Class 4 (IV) lasers are hazardous for eye exposure. They also can burn skin and materials, mostly dark and/or lightweight materials at close range. They should be used with extreme care.
For visible-light lasers, Class 4 lasers' have an output power 500 milliwatts and above. There is no upper limit for Class 4 -- this is the most hazardous laser classification.
Class IV visible-beam lasers are high-powered. A Class IV laser can cause a significant eye injury if the beam, whether direct or reflected, enters the eye.
Even staring at the diffuse reflection of a laser "dot" on a wall or other surface, may cause an eye injury within a few feet of the dot. Do not stare at the laser "dot" when it is close to you.
To prevent eye exposure, always be aware of the beam location. Keep it away from people's eyes and heads. Watch out for reflected beams from glass and shiny surfaces.
Use of laser protective eyewear is mandatory
Avoid exposure to skin and sensitive materials. A Class IV laser can burn skin and materials, mostly dark and/or lightweight materials at close range
The Occupational Safety and Health Administration (OSHA) does not have a federal standard regulating the use of lasers.
OSAH has no specific requirements for interlocks the need following under industry “best practices.
ANSI Z136 standards are merely guidelines—and not mandatory The only regulation that enforced are FDA; all Ascent lasers are certified. We highly recommend you have the interlock on the laser room door.
Must be able to analyze laser hazards, implement control measures (proper signage, laser-safe curtains, and barriers) and continually monitor the safety program. In some cases, the LSO will have to be trained to calculate the hazard zone for one or more laser systems. Also, train other laser users as required. Online courses offered by LIA allow LSOs to train many operators at different sites without sending them to a classroom.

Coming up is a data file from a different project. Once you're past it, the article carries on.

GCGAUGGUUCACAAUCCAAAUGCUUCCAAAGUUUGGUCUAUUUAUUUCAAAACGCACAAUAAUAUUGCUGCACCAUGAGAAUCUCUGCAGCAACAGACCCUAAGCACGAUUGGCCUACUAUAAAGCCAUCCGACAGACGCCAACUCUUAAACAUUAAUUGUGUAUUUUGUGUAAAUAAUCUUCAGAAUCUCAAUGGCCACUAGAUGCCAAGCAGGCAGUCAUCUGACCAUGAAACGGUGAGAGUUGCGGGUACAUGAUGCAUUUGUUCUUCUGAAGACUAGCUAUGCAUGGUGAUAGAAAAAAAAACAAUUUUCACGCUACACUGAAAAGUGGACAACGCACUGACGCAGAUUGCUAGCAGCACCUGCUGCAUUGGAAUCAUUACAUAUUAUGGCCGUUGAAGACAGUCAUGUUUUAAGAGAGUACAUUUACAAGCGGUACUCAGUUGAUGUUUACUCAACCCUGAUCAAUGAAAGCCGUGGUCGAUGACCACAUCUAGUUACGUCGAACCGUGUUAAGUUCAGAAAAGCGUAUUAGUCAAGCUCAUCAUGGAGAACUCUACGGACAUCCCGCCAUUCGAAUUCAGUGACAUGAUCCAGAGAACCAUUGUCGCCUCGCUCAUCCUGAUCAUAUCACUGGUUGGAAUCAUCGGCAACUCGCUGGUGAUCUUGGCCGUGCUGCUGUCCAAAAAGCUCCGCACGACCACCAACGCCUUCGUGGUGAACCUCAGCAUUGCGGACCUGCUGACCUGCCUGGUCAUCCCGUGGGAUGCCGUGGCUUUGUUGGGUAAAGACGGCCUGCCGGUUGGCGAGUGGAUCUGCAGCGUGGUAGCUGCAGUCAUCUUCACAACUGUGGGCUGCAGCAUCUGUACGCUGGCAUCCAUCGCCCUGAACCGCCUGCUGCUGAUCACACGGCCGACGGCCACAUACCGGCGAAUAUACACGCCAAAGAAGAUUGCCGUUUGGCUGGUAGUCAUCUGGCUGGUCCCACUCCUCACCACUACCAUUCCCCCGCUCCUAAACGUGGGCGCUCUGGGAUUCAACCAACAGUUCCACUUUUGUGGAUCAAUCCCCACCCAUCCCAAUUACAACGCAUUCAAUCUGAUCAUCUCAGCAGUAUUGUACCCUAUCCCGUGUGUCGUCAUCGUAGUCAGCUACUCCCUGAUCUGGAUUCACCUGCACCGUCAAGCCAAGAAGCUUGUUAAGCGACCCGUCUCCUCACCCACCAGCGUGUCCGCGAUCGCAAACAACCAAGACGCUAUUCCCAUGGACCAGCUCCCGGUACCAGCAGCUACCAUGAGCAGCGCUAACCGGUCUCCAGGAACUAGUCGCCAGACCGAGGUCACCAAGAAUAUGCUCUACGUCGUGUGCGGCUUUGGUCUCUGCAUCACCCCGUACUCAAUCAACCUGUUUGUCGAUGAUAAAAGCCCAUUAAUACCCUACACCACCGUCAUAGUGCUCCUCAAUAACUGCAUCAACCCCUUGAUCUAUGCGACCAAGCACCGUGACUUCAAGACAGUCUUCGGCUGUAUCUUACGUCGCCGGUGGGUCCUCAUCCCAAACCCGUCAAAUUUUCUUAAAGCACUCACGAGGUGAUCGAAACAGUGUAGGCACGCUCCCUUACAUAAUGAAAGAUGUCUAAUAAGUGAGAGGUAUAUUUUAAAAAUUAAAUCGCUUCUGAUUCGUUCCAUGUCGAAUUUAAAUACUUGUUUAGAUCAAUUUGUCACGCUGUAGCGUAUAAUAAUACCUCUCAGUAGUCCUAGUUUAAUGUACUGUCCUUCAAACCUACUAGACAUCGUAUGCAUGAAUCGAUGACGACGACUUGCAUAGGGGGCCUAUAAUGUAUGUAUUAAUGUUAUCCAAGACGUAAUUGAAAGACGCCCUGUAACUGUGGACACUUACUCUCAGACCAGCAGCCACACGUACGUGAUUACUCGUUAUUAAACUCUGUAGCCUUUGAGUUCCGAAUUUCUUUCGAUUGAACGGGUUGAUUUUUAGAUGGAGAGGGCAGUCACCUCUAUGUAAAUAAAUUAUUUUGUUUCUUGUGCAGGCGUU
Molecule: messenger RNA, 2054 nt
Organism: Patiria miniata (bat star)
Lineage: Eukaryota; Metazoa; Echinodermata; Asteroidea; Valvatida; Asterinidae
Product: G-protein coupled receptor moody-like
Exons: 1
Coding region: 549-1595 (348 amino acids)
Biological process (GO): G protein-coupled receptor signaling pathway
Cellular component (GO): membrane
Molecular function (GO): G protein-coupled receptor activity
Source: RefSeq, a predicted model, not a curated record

The ANSI Z136.1 standard indicates the following as key LSO responsibilities:
The Occupational Safety and Health Administration (OSHA) does not have a federal standard regulating the use of lasers. OSHA’s Safety and Health Topics - Laser Hazards Page does reference various internal resources such as a robotics safety directive and several interpretation letters as well as a variety of national consensus standards.
The primary consensus standard when it comes to development of a laser safety program is the American National Standards Institute (ANSI) Z136 series of laser safety standards developed by the Laser Institute of America (LIA):
Section III, Chapter 6 of OSHA’s Technical Manual (OTM), addresses laser hazards and is an excellent resource to use when developing a laser safety program. Contents of this chapter include:
LIA offers a Laser Safety Hazard Calculator Software. This software is based on Z136.1 and provides a reliable way to easily double-check laser safety calculations.
The hierarchy of hazard controls tells us eliminating the laser hazard is the first choice followed by engineering controls and then administrative controls and finally personal protective equipment... Protective eyewear is necessary only when all other controls are infeasible or not practical.
Engineering controls, such as protective housings, remote controls, or enclosed laser-beam paths, ensure protection for laser operators except when the operator is setting up, adjusting, or maintaining the beam. Control measures are discussed in Section III, Chapter 6, paragraph VI of the OTM, and section 4 of Z136.1-2014.
Laser Hazards The LIA laser safety information page states: “the human body is vulnerable to the output of certain lasers, and under certain circumstances, exposure can result in damage to the eye and skin. Research relating to injury thresholds of the eye and skin has been carried out in order to understand the biological hazards of laser radiation. It is now widely accepted that the human eye is almost always more vulnerable to injury than human skin.” The page highlights in detail laser and beam hazards.